Saturday, January 15, 2011

A South African Chess Princess

From the
Little chess miss becomes a master
Jan 15, 2011 11:11 PM | By SANTHAM PILLAY

Outwitting her fellow chess competitors for the past four years has paved the way for a Durban teenager to participate in an international tournament.

Tasnim Amra, 2008 Commonwealth
Chess Championship (India).
Tasnim Amra, 14, took top honours in the under-16 South African girls' chess champion category at the SA nationals in Johannesburg last month.

Winning in the group means Tasnim automatically qualifies to represent the country at the World Youth Championships in Rio De Janeiro,Brazil, in November this year.

Despite having competed in tournaments throughout the world since she was eight, Tasnim said she was still thrilled by her win last year and the pending trip to Brazil.

"I am very excited. I enjoy playing the game because I love going overseas and meeting new people."

Reg Hoddinott, president of Chess KZN, said Tasnim was one of the most dedicated players. "I have no doubt she will continue going from strength to strength. She is dedicated but also humble. She hasn't let her many achievements go to her head and we are extremely proud of her."

For Tasnim, who will enter grade 9 at the start of the new school year, chess began as a simple after-school activity.

"We were being offered extracurricular activities and it was computers or chess. The computer class was full so I had to join the chess club."

Tasnim's mother, Amina, said aside from the travelling opportunities that chess provided, it had also made a difference academically. "Her maths marks are excellent. Overall, her marks are very good and I'm positive chess had a lot to do with that."

The Fédération Internationale des Échecs, or World Chess Federation, awarded the Northlands Girls' High pupil the title of Women's FIDE Master in 2009. The title is a prestigious ranking.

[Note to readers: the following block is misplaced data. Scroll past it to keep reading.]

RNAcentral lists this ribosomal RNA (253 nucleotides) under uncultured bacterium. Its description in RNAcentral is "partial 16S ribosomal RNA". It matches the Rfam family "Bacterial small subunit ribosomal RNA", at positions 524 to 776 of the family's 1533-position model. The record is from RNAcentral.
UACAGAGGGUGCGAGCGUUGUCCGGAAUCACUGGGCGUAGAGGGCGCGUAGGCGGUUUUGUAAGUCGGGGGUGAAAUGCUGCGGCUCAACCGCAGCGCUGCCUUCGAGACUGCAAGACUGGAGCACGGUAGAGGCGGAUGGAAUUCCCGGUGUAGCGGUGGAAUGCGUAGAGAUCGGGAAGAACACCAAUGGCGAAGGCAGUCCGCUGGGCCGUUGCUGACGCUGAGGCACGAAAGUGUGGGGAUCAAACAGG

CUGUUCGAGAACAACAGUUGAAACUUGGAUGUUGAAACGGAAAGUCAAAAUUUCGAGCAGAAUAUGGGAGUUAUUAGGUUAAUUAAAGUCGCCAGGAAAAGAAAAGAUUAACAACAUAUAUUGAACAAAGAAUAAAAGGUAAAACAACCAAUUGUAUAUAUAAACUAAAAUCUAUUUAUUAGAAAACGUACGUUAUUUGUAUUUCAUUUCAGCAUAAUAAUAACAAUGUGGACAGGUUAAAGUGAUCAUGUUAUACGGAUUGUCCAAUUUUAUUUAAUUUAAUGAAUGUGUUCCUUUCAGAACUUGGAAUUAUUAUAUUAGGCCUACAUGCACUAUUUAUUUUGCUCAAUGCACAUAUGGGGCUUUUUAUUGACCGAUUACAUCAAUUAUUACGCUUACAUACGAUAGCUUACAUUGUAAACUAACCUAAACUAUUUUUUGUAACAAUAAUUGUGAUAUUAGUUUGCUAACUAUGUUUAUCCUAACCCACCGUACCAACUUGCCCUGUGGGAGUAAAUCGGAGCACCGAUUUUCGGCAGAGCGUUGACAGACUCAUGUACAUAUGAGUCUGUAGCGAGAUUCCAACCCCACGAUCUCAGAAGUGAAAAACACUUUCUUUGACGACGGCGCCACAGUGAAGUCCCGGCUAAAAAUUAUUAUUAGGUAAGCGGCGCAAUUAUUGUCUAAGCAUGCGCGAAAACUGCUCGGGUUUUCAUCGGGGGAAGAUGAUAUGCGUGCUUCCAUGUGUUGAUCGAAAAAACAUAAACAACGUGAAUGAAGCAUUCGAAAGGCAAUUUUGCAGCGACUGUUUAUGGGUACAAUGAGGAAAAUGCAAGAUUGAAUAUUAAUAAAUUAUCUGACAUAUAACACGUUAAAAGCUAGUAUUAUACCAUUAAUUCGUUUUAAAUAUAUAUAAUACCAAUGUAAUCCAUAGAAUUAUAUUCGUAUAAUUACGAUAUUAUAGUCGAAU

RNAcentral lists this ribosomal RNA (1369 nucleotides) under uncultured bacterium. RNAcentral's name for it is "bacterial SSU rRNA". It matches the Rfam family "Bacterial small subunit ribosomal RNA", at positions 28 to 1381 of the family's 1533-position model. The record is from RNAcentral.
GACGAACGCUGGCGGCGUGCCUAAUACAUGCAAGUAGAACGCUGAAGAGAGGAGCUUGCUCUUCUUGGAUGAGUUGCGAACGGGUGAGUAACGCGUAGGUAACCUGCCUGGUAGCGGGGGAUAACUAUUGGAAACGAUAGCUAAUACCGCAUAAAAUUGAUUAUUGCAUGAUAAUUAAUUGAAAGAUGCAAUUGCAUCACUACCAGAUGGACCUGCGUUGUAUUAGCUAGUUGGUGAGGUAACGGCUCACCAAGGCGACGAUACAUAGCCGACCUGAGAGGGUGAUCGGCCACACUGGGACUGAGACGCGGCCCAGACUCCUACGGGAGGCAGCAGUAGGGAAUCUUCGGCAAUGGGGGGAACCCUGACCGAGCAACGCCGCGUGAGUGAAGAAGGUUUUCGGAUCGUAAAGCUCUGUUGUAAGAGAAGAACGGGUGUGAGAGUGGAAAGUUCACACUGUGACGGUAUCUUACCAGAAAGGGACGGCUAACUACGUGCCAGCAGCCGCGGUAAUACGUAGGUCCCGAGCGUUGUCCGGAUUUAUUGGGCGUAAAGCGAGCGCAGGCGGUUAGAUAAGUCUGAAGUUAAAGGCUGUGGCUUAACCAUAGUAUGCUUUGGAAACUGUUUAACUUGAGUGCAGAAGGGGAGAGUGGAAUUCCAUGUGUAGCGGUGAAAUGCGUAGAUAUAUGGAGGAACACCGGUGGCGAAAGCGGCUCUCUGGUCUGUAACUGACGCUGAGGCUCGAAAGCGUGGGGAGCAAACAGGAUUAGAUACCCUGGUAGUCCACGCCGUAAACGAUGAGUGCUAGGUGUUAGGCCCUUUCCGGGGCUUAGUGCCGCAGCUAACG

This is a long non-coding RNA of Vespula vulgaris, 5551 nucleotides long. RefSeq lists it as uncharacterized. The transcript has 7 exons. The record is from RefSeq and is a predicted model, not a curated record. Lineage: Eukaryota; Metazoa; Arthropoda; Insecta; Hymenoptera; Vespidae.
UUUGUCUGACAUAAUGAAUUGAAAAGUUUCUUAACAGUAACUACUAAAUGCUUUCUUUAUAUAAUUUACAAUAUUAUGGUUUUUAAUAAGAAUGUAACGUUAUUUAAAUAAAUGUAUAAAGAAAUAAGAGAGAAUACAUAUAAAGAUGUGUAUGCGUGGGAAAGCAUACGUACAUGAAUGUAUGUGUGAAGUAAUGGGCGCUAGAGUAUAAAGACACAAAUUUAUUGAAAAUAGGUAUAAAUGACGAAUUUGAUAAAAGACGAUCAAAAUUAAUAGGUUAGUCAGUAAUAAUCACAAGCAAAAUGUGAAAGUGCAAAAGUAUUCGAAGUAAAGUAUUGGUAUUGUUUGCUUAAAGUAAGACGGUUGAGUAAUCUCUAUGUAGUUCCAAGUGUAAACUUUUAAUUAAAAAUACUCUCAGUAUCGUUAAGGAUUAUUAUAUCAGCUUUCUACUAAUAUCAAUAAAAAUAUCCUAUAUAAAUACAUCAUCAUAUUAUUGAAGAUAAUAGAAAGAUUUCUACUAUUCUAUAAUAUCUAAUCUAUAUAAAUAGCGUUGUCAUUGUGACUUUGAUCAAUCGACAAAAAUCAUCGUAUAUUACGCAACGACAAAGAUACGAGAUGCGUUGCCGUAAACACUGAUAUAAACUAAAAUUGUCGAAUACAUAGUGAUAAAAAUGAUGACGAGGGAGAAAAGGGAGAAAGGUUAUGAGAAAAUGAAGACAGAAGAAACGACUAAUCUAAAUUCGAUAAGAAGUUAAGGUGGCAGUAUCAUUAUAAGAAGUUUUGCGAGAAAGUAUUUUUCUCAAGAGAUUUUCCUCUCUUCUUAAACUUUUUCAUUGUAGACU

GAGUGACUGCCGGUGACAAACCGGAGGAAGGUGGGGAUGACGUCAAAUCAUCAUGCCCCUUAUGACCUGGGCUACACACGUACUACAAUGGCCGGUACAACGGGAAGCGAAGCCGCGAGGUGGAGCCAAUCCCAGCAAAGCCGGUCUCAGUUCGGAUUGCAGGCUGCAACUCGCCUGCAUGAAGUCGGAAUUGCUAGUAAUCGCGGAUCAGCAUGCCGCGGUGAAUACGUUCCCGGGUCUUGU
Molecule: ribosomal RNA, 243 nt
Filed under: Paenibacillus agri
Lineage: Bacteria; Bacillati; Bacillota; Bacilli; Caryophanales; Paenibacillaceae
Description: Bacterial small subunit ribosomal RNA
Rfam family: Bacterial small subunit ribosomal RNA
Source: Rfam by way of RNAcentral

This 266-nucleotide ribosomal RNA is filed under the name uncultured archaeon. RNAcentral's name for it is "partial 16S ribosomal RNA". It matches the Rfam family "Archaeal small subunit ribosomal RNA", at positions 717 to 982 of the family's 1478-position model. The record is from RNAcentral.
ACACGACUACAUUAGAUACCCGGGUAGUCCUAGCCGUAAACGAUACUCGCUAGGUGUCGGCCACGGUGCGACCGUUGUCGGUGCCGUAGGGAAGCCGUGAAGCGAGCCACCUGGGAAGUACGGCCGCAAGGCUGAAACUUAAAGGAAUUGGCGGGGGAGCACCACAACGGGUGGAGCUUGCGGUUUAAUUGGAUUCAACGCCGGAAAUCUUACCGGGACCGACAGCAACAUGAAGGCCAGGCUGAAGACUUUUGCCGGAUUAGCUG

"Sometimes I still don't believe that I have that ranking; it's unbelievable," she said.

Though she possesses the ranking and an impressive resumé, which includes her three previous national wins and representing South Africa at the 2008 Commonwealth Games in Nagpur, India, Tasnim says it's doubtful she will make chess a full-time job once she's completed school.

"I want to get a degree in actuarial science or become an engineer. I'm not sure where I'll go with chess. I'll always play but I think it will be a hobby. Unless I can become a Grandmaster - that might change my mind."

I checked Tasnim's FIDE rating:  1571.  By way of comparison, this is approximately 1,000 ELO points lower that the higher-rated female players in the world.  The top three female players in the world all have ELOs above 2600, with GM Judit Polgar at 2686.  I wish this young lady much luck in her career as an actuary or engineer -- she said as much herself.  So, you see what happens to our most promising young female chessplayers. They are very practical and move on to careers that they are more confident will yield them a living than professional chess. 

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